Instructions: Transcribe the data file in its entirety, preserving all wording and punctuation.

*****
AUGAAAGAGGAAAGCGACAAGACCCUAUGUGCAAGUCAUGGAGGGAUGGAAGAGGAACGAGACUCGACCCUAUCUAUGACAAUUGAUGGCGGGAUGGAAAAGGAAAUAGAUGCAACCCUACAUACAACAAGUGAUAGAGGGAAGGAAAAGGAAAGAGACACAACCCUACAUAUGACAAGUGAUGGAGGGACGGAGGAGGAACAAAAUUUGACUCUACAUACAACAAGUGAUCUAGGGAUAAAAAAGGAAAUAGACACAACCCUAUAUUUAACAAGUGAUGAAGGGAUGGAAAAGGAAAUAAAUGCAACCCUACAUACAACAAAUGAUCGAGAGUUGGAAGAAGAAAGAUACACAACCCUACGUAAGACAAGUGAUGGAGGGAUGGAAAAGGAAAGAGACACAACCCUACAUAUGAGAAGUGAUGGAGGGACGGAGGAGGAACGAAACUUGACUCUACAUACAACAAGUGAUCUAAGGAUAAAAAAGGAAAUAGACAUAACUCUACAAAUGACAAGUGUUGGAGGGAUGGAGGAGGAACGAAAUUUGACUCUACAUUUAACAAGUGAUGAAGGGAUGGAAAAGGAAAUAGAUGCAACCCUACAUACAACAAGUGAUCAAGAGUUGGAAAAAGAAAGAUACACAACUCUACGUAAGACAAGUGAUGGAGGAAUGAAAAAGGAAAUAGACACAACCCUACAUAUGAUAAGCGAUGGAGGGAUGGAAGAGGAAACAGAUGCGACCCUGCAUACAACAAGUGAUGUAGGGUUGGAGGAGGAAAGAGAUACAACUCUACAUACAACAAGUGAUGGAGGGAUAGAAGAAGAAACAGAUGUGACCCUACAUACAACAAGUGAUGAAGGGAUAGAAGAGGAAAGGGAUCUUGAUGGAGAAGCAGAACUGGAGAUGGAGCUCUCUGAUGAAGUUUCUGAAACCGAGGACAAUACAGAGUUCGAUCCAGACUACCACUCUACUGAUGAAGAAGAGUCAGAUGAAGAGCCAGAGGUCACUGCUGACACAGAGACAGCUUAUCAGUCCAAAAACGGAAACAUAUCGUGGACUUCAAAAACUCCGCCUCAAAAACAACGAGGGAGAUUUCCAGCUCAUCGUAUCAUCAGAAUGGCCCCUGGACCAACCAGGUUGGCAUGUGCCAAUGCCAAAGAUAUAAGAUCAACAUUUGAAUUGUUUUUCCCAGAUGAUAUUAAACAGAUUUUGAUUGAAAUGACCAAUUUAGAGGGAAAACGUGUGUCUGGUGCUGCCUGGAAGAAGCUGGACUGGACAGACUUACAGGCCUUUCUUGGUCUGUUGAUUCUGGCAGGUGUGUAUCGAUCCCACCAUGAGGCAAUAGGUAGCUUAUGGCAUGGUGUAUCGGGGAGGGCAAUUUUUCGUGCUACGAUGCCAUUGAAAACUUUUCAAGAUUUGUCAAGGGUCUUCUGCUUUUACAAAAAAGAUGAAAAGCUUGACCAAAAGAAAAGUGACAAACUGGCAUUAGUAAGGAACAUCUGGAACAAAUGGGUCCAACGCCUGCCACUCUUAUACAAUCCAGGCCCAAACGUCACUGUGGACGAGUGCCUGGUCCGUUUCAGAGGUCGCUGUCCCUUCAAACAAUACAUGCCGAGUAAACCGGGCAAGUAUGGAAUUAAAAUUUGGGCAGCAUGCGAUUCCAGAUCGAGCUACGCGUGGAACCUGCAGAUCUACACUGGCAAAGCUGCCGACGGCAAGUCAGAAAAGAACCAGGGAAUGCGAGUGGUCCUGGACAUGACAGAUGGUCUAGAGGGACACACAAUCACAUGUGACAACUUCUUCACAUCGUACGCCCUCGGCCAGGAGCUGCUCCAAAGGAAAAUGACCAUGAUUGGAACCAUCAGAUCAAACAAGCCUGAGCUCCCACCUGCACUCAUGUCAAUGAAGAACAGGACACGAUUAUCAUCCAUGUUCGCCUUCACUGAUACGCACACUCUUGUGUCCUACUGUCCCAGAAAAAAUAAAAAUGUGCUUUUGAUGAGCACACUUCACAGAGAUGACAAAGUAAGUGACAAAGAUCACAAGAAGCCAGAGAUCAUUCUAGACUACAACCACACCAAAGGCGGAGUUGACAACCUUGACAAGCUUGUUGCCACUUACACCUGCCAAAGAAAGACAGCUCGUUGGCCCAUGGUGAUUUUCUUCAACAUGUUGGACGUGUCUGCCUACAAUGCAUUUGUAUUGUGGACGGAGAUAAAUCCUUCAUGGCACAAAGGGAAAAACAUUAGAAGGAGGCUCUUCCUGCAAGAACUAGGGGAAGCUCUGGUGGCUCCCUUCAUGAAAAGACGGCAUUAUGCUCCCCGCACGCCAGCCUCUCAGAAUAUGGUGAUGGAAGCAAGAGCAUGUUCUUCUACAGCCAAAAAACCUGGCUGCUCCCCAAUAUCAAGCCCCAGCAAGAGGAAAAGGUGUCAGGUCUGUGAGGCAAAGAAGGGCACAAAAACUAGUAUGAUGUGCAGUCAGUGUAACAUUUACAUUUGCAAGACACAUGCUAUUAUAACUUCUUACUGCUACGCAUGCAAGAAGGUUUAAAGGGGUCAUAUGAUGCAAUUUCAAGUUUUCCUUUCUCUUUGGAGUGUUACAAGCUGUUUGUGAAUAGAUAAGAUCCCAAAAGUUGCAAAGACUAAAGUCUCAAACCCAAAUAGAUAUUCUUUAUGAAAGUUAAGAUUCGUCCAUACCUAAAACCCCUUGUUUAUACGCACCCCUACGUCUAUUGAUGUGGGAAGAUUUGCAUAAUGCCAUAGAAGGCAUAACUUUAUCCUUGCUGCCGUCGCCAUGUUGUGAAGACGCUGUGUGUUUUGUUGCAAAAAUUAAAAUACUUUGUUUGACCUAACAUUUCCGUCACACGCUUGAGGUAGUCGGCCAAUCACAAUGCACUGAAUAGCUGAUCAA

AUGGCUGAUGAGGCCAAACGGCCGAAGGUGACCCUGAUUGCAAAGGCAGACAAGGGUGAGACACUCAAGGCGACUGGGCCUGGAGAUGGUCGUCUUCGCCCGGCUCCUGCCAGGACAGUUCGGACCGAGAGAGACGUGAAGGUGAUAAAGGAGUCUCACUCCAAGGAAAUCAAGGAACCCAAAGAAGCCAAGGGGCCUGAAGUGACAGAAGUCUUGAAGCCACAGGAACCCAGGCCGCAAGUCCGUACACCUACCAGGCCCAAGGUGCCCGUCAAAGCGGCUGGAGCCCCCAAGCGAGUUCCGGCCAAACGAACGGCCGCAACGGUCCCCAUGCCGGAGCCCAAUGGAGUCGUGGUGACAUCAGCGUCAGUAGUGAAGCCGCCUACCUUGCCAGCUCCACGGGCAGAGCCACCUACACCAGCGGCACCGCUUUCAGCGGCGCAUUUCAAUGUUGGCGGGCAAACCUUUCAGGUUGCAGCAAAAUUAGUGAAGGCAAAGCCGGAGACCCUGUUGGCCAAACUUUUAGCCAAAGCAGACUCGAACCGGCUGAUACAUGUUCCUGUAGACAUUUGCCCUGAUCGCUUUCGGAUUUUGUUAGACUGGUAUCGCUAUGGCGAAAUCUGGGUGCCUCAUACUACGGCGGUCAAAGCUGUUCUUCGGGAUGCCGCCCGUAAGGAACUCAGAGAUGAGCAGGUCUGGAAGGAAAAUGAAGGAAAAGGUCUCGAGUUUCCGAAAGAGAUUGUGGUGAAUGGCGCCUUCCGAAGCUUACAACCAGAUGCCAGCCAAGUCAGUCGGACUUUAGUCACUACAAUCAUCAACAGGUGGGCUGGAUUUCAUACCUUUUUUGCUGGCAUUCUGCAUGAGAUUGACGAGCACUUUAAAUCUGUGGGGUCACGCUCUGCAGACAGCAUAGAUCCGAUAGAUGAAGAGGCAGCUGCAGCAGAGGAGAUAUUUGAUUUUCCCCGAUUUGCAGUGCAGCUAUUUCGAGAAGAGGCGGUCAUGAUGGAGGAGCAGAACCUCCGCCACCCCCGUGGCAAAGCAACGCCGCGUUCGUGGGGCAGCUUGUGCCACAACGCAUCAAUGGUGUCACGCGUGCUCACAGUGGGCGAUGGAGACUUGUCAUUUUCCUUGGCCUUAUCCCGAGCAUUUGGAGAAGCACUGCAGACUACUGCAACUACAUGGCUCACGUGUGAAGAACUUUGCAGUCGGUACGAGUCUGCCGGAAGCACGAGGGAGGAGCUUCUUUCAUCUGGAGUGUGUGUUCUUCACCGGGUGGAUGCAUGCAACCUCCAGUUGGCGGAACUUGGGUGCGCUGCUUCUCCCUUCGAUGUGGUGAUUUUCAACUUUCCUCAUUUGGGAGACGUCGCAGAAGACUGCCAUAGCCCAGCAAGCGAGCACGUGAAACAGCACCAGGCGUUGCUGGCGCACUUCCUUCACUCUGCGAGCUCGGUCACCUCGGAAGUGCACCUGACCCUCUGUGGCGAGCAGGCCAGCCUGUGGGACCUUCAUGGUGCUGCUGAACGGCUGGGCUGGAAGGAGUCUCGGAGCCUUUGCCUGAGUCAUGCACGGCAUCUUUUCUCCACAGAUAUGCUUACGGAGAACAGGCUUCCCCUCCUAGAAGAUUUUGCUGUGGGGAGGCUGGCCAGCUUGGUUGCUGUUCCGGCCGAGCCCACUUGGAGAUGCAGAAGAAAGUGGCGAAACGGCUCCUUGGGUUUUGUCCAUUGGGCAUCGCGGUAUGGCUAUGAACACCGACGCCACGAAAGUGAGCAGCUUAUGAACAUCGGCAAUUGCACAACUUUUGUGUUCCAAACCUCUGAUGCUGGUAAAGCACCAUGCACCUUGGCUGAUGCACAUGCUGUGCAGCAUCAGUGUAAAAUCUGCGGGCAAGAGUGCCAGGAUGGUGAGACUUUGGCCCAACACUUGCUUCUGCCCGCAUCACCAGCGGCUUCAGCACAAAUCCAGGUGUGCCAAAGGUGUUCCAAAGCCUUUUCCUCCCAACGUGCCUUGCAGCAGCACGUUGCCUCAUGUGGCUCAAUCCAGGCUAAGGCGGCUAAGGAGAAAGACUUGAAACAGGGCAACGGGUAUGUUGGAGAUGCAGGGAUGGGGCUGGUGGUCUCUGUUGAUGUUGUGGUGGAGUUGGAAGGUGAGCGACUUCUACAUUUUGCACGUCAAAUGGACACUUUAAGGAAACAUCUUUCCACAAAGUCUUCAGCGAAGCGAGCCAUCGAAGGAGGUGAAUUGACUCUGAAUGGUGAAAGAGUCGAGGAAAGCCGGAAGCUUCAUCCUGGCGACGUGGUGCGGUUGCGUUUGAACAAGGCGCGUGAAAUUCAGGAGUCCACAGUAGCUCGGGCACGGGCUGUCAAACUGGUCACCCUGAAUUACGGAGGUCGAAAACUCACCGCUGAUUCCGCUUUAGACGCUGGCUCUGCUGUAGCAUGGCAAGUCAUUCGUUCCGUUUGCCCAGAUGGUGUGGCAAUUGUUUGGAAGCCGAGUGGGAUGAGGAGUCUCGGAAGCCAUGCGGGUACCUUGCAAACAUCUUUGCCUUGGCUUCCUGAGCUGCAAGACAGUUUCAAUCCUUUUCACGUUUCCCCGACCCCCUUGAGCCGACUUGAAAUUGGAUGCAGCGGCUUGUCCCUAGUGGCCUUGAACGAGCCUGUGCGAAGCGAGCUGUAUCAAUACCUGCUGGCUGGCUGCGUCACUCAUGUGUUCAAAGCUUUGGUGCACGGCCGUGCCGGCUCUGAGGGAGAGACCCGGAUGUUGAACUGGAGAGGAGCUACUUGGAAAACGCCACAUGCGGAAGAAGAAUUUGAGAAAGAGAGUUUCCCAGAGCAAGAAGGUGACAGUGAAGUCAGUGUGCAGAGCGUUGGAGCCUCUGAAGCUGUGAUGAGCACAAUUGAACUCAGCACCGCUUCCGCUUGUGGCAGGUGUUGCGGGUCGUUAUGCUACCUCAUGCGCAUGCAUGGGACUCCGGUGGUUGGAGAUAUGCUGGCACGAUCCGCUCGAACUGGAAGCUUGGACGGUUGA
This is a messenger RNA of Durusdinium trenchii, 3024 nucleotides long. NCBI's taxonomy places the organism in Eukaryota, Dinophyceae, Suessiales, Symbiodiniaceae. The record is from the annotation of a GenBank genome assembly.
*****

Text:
AUGAAAGAGGAAAGCGACAAGACCCUAUGUGCAAGUCAUGGAGGGAUGGAAGAGGAACGAGACUCGACCCUAUCUAUGACAAUUGAUGGCGGGAUGGAAAAGGAAAUAGAUGCAACCCUACAUACAACAAGUGAUAGAGGGAAGGAAAAGGAAAGAGACACAACCCUACAUAUGACAAGUGAUGGAGGGACGGAGGAGGAACAAAAUUUGACUCUACAUACAACAAGUGAUCUAGGGAUAAAAAAGGAAAUAGACACAACCCUAUAUUUAACAAGUGAUGAAGGGAUGGAAAAGGAAAUAAAUGCAACCCUACAUACAACAAAUGAUCGAGAGUUGGAAGAAGAAAGAUACACAACCCUACGUAAGACAAGUGAUGGAGGGAUGGAAAAGGAAAGAGACACAACCCUACAUAUGAGAAGUGAUGGAGGGACGGAGGAGGAACGAAACUUGACUCUACAUACAACAAGUGAUCUAAGGAUAAAAAAGGAAAUAGACAUAACUCUACAAAUGACAAGUGUUGGAGGGAUGGAGGAGGAACGAAAUUUGACUCUACAUUUAACAAGUGAUGAAGGGAUGGAAAAGGAAAUAGAUGCAACCCUACAUACAACAAGUGAUCAAGAGUUGGAAAAAGAAAGAUACACAACUCUACGUAAGACAAGUGAUGGAGGAAUGAAAAAGGAAAUAGACACAACCCUACAUAUGAUAAGCGAUGGAGGGAUGGAAGAGGAAACAGAUGCGACCCUGCAUACAACAAGUGAUGUAGGGUUGGAGGAGGAAAGAGAUACAACUCUACAUACAACAAGUGAUGGAGGGAUAGAAGAAGAAACAGAUGUGACCCUACAUACAACAAGUGAUGAAGGGAUAGAAGAGGAAAGGGAUCUUGAUGGAGAAGCAGAACUGGAGAUGGAGCUCUCUGAUGAAGUUUCUGAAACCGAGGACAAUACAGAGUUCGAUCCAGACUACCACUCUACUGAUGAAGAAGAGUCAGAUGAAGAGCCAGAGGUCACUGCUGACACAGAGACAGCUUAUCAGUCCAAAAACGGAAACAUAUCGUGGACUUCAAAAACUCCGCCUCAAAAACAACGAGGGAGAUUUCCAGCUCAUCGUAUCAUCAGAAUGGCCCCUGGACCAACCAGGUUGGCAUGUGCCAAUGCCAAAGAUAUAAGAUCAACAUUUGAAUUGUUUUUCCCAGAUGAUAUUAAACAGAUUUUGAUUGAAAUGACCAAUUUAGAGGGAAAACGUGUGUCUGGUGCUGCCUGGAAGAAGCUGGACUGGACAGACUUACAGGCCUUUCUUGGUCUGUUGAUUCUGGCAGGUGUGUAUCGAUCCCACCAUGAGGCAAUAGGUAGCUUAUGGCAUGGUGUAUCGGGGAGGGCAAUUUUUCGUGCUACGAUGCCAUUGAAAACUUUUCAAGAUUUGUCAAGGGUCUUCUGCUUUUACAAAAAAGAUGAAAAGCUUGACCAAAAGAAAAGUGACAAACUGGCAUUAGUAAGGAACAUCUGGAACAAAUGGGUCCAACGCCUGCCACUCUUAUACAAUCCAGGCCCAAACGUCACUGUGGACGAGUGCCUGGUCCGUUUCAGAGGUCGCUGUCCCUUCAAACAAUACAUGCCGAGUAAACCGGGCAAGUAUGGAAUUAAAAUUUGGGCAGCAUGCGAUUCCAGAUCGAGCUACGCGUGGAACCUGCAGAUCUACACUGGCAAAGCUGCCGACGGCAAGUCAGAAAAGAACCAGGGAAUGCGAGUGGUCCUGGACAUGACAGAUGGUCUAGAGGGACACACAAUCACAUGUGACAACUUCUUCACAUCGUACGCCCUCGGCCAGGAGCUGCUCCAAAGGAAAAUGACCAUGAUUGGAACCAUCAGAUCAAACAAGCCUGAGCUCCCACCUGCACUCAUGUCAAUGAAGAACAGGACACGAUUAUCAUCCAUGUUCGCCUUCACUGAUACGCACACUCUUGUGUCCUACUGUCCCAGAAAAAAUAAAAAUGUGCUUUUGAUGAGCACACUUCACAGAGAUGACAAAGUAAGUGACAAAGAUCACAAGAAGCCAGAGAUCAUUCUAGACUACAACCACACCAAAGGCGGAGUUGACAACCUUGACAAGCUUGUUGCCACUUACACCUGCCAAAGAAAGACAGCUCGUUGGCCCAUGGUGAUUUUCUUCAACAUGUUGGACGUGUCUGCCUACAAUGCAUUUGUAUUGUGGACGGAGAUAAAUCCUUCAUGGCACAAAGGGAAAAACAUUAGAAGGAGGCUCUUCCUGCAAGAACUAGGGGAAGCUCUGGUGGCUCCCUUCAUGAAAAGACGGCAUUAUGCUCCCCGCACGCCAGCCUCUCAGAAUAUGGUGAUGGAAGCAAGAGCAUGUUCUUCUACAGCCAAAAAACCUGGCUGCUCCCCAAUAUCAAGCCCCAGCAAGAGGAAAAGGUGUCAGGUCUGUGAGGCAAAGAAGGGCACAAAAACUAGUAUGAUGUGCAGUCAGUGUAACAUUUACAUUUGCAAGACACAUGCUAUUAUAACUUCUUACUGCUACGCAUGCAAGAAGGUUUAAAGGGGUCAUAUGAUGCAAUUUCAAGUUUUCCUUUCUCUUUGGAGUGUUACAAGCUGUUUGUGAAUAGAUAAGAUCCCAAAAGUUGCAAAGACUAAAGUCUCAAACCCAAAUAGAUAUUCUUUAUGAAAGUUAAGAUUCGUCCAUACCUAAAACCCCUUGUUUAUACGCACCCCUACGUCUAUUGAUGUGGGAAGAUUUGCAUAAUGCCAUAGAAGGCAUAACUUUAUCCUUGCUGCCGUCGCCAUGUUGUGAAGACGCUGUGUGUUUUGUUGCAAAAAUUAAAAUACUUUGUUUGACCUAACAUUUCCGUCACACGCUUGAGGUAGUCGGCCAAUCACAAUGCACUGAAUAGCUGAUCAA

AUGGCUGAUGAGGCCAAACGGCCGAAGGUGACCCUGAUUGCAAAGGCAGACAAGGGUGAGACACUCAAGGCGACUGGGCCUGGAGAUGGUCGUCUUCGCCCGGCUCCUGCCAGGACAGUUCGGACCGAGAGAGACGUGAAGGUGAUAAAGGAGUCUCACUCCAAGGAAAUCAAGGAACCCAAAGAAGCCAAGGGGCCUGAAGUGACAGAAGUCUUGAAGCCACAGGAACCCAGGCCGCAAGUCCGUACACCUACCAGGCCCAAGGUGCCCGUCAAAGCGGCUGGAGCCCCCAAGCGAGUUCCGGCCAAACGAACGGCCGCAACGGUCCCCAUGCCGGAGCCCAAUGGAGUCGUGGUGACAUCAGCGUCAGUAGUGAAGCCGCCUACCUUGCCAGCUCCACGGGCAGAGCCACCUACACCAGCGGCACCGCUUUCAGCGGCGCAUUUCAAUGUUGGCGGGCAAACCUUUCAGGUUGCAGCAAAAUUAGUGAAGGCAAAGCCGGAGACCCUGUUGGCCAAACUUUUAGCCAAAGCAGACUCGAACCGGCUGAUACAUGUUCCUGUAGACAUUUGCCCUGAUCGCUUUCGGAUUUUGUUAGACUGGUAUCGCUAUGGCGAAAUCUGGGUGCCUCAUACUACGGCGGUCAAAGCUGUUCUUCGGGAUGCCGCCCGUAAGGAACUCAGAGAUGAGCAGGUCUGGAAGGAAAAUGAAGGAAAAGGUCUCGAGUUUCCGAAAGAGAUUGUGGUGAAUGGCGCCUUCCGAAGCUUACAACCAGAUGCCAGCCAAGUCAGUCGGACUUUAGUCACUACAAUCAUCAACAGGUGGGCUGGAUUUCAUACCUUUUUUGCUGGCAUUCUGCAUGAGAUUGACGAGCACUUUAAAUCUGUGGGGUCACGCUCUGCAGACAGCAUAGAUCCGAUAGAUGAAGAGGCAGCUGCAGCAGAGGAGAUAUUUGAUUUUCCCCGAUUUGCAGUGCAGCUAUUUCGAGAAGAGGCGGUCAUGAUGGAGGAGCAGAACCUCCGCCACCCCCGUGGCAAAGCAACGCCGCGUUCGUGGGGCAGCUUGUGCCACAACGCAUCAAUGGUGUCACGCGUGCUCACAGUGGGCGAUGGAGACUUGUCAUUUUCCUUGGCCUUAUCCCGAGCAUUUGGAGAAGCACUGCAGACUACUGCAACUACAUGGCUCACGUGUGAAGAACUUUGCAGUCGGUACGAGUCUGCCGGAAGCACGAGGGAGGAGCUUCUUUCAUCUGGAGUGUGUGUUCUUCACCGGGUGGAUGCAUGCAACCUCCAGUUGGCGGAACUUGGGUGCGCUGCUUCUCCCUUCGAUGUGGUGAUUUUCAACUUUCCUCAUUUGGGAGACGUCGCAGAAGACUGCCAUAGCCCAGCAAGCGAGCACGUGAAACAGCACCAGGCGUUGCUGGCGCACUUCCUUCACUCUGCGAGCUCGGUCACCUCGGAAGUGCACCUGACCCUCUGUGGCGAGCAGGCCAGCCUGUGGGACCUUCAUGGUGCUGCUGAACGGCUGGGCUGGAAGGAGUCUCGGAGCCUUUGCCUGAGUCAUGCACGGCAUCUUUUCUCCACAGAUAUGCUUACGGAGAACAGGCUUCCCCUCCUAGAAGAUUUUGCUGUGGGGAGGCUGGCCAGCUUGGUUGCUGUUCCGGCCGAGCCCACUUGGAGAUGCAGAAGAAAGUGGCGAAACGGCUCCUUGGGUUUUGUCCAUUGGGCAUCGCGGUAUGGCUAUGAACACCGACGCCACGAAAGUGAGCAGCUUAUGAACAUCGGCAAUUGCACAACUUUUGUGUUCCAAACCUCUGAUGCUGGUAAAGCACCAUGCACCUUGGCUGAUGCACAUGCUGUGCAGCAUCAGUGUAAAAUCUGCGGGCAAGAGUGCCAGGAUGGUGAGACUUUGGCCCAACACUUGCUUCUGCCCGCAUCACCAGCGGCUUCAGCACAAAUCCAGGUGUGCCAAAGGUGUUCCAAAGCCUUUUCCUCCCAACGUGCCUUGCAGCAGCACGUUGCCUCAUGUGGCUCAAUCCAGGCUAAGGCGGCUAAGGAGAAAGACUUGAAACAGGGCAACGGGUAUGUUGGAGAUGCAGGGAUGGGGCUGGUGGUCUCUGUUGAUGUUGUGGUGGAGUUGGAAGGUGAGCGACUUCUACAUUUUGCACGUCAAAUGGACACUUUAAGGAAACAUCUUUCCACAAAGUCUUCAGCGAAGCGAGCCAUCGAAGGAGGUGAAUUGACUCUGAAUGGUGAAAGAGUCGAGGAAAGCCGGAAGCUUCAUCCUGGCGACGUGGUGCGGUUGCGUUUGAACAAGGCGCGUGAAAUUCAGGAGUCCACAGUAGCUCGGGCACGGGCUGUCAAACUGGUCACCCUGAAUUACGGAGGUCGAAAACUCACCGCUGAUUCCGCUUUAGACGCUGGCUCUGCUGUAGCAUGGCAAGUCAUUCGUUCCGUUUGCCCAGAUGGUGUGGCAAUUGUUUGGAAGCCGAGUGGGAUGAGGAGUCUCGGAAGCCAUGCGGGUACCUUGCAAACAUCUUUGCCUUGGCUUCCUGAGCUGCAAGACAGUUUCAAUCCUUUUCACGUUUCCCCGACCCCCUUGAGCCGACUUGAAAUUGGAUGCAGCGGCUUGUCCCUAGUGGCCUUGAACGAGCCUGUGCGAAGCGAGCUGUAUCAAUACCUGCUGGCUGGCUGCGUCACUCAUGUGUUCAAAGCUUUGGUGCACGGCCGUGCCGGCUCUGAGGGAGAGACCCGGAUGUUGAACUGGAGAGGAGCUACUUGGAAAACGCCACAUGCGGAAGAAGAAUUUGAGAAAGAGAGUUUCCCAGAGCAAGAAGGUGACAGUGAAGUCAGUGUGCAGAGCGUUGGAGCCUCUGAAGCUGUGAUGAGCACAAUUGAACUCAGCACCGCUUCCGCUUGUGGCAGGUGUUGCGGGUCGUUAUGCUACCUCAUGCGCAUGCAUGGGACUCCGGUGGUUGGAGAUAUGCUGGCACGAUCCGCUCGAACUGGAAGCUUGGACGGUUGA
This is a messenger RNA of Durusdinium trenchii, 3024 nucleotides long. NCBI's taxonomy places the organism in Eukaryota, Dinophyceae, Suessiales, Symbiodiniaceae. The record is from the annotation of a GenBank genome assembly.